I am more than adopted. And amazingly enough, each individual is more than the label they may carry: divorced, gay, single, bullied, adhd. Each individual has a name, and a reality to develop and define.

You are not a label, you have a name. So, what does your name tag stand for? Assume it and enjoy it!

 

(Photo: Shutterstock/Syda Productions)

The Power of a Pause

My eight o’clock one-on-one class was over. My nine o’clock hadn’t arrived yet. Friday morning. I was on pause; I waited. And fiddled on the computer, wondering what I could read to make the best of the time.

I clicked on the double-arrow symbol at the top of my Internet browser screen. I thought I’d check out my saved links.

«Never know, maybe something interesting there.», I thought.

There was. As I scrolled down the list, I saw the word Happify: Science-based Activities and Games and clicked on it. I couldn’t remember what it was about.

Good choice.

The first title I saw was a TED Talk about learning languages. I started watching.

«No, not what I need this morning. I’m already a polyglot, and don’t need any motivation to learn morn languages – at least not this morning!»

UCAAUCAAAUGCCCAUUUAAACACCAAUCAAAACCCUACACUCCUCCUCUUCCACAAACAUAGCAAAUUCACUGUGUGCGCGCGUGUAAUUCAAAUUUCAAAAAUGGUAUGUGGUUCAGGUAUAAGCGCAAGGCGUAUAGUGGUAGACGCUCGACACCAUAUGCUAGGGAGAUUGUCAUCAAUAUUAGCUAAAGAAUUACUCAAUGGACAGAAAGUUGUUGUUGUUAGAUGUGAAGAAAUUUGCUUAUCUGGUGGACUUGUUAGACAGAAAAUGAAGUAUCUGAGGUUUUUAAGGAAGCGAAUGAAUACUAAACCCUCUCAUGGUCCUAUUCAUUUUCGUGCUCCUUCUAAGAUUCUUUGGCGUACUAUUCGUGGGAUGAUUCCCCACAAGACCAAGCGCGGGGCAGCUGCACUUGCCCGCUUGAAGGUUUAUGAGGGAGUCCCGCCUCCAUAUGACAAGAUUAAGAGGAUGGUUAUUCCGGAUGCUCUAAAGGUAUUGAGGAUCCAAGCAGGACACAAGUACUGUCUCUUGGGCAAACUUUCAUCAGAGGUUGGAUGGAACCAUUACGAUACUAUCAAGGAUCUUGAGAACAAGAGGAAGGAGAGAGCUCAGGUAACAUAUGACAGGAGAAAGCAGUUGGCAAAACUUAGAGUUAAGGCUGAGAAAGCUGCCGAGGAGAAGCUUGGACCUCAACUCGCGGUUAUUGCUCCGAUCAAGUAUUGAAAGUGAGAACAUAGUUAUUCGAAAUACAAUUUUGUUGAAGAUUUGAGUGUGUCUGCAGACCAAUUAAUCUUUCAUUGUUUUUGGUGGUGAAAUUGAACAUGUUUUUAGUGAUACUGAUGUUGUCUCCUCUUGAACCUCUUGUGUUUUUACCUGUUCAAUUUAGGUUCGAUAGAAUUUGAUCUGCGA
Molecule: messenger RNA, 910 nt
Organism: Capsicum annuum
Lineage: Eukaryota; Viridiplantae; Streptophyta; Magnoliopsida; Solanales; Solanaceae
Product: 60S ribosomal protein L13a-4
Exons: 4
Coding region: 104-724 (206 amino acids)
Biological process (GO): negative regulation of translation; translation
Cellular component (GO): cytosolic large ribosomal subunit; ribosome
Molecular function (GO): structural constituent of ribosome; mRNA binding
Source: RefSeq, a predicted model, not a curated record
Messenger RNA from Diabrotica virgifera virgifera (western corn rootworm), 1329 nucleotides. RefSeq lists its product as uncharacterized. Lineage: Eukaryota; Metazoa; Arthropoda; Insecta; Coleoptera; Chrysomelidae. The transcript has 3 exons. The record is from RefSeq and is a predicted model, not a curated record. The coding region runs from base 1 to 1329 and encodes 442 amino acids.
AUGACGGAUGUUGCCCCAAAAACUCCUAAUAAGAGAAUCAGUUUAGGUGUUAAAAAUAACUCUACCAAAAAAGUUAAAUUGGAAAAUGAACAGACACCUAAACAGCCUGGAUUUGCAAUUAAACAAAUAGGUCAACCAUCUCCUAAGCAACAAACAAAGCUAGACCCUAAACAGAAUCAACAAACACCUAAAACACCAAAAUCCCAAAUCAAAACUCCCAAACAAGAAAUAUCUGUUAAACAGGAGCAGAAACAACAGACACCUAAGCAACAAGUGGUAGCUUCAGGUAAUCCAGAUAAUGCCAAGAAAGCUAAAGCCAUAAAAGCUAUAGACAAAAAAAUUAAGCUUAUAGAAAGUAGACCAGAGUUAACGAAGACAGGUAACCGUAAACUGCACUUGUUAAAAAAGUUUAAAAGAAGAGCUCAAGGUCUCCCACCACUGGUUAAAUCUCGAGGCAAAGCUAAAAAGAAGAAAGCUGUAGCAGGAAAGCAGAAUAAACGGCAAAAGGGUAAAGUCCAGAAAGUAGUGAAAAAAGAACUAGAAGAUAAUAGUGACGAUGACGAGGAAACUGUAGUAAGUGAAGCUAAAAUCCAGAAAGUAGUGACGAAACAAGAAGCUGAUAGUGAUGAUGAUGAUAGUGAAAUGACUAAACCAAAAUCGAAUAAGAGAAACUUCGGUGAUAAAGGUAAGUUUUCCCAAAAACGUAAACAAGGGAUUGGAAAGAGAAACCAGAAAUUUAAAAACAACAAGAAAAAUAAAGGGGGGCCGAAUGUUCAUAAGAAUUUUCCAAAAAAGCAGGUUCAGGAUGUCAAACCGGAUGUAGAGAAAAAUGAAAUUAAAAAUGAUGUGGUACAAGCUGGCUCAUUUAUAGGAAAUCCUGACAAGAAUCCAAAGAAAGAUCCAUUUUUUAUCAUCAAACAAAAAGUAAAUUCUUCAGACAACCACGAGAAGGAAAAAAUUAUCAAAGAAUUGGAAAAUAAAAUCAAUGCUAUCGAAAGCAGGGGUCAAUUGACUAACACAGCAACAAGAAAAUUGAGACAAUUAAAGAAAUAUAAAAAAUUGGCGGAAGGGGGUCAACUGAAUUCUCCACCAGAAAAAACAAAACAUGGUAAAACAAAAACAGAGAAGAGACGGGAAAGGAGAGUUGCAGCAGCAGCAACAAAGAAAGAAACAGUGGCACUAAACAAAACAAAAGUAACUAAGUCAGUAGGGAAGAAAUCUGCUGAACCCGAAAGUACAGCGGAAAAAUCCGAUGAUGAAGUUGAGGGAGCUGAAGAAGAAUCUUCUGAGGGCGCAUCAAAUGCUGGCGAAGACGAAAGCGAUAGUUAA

Then my eye caught another TedTalk title to the right. It was on gratitude. I almost ignored it. Something stopped me. And boy, am I glad I checked it out!

I was mesmerized. The words, photos and music were absolutely spellbinding. I literally felt all my muscles and nerves relax as I settled into my chair, captivated.

When the talk was finished, and the last images and music faded away, I was transfixed. I didn’t want it to end.

The power of a pause. That’s what it was all about. What can happen when you really open your eyes and ears, take the time to really touch, feel and taste?

Startling insights, transcendence from the mundane and stressful, thankfulness for what is, powerfulness to act, and a deep sense of joy, the kind that can only come from fully being in the present moment.

It’s a shame the only time we ever really feel the present moment is when we are waiting: at the bus stop, the light, the doctor’s office or the garage. Yet those are the most interesting and enriching moments, arent’ they?

The next time I’m waiting, I’ll recall the words of the elderly man that spoke in the video.

Being by opening your eyes […] and be thankful you have eyes to see […] open your eyes […] and notice […]

I leave you with the link to the TedTalk video so you, too, can share in the wonder. As you watch, breathe and reflect: What are you thankful for?

Have a great day! – Claire :O)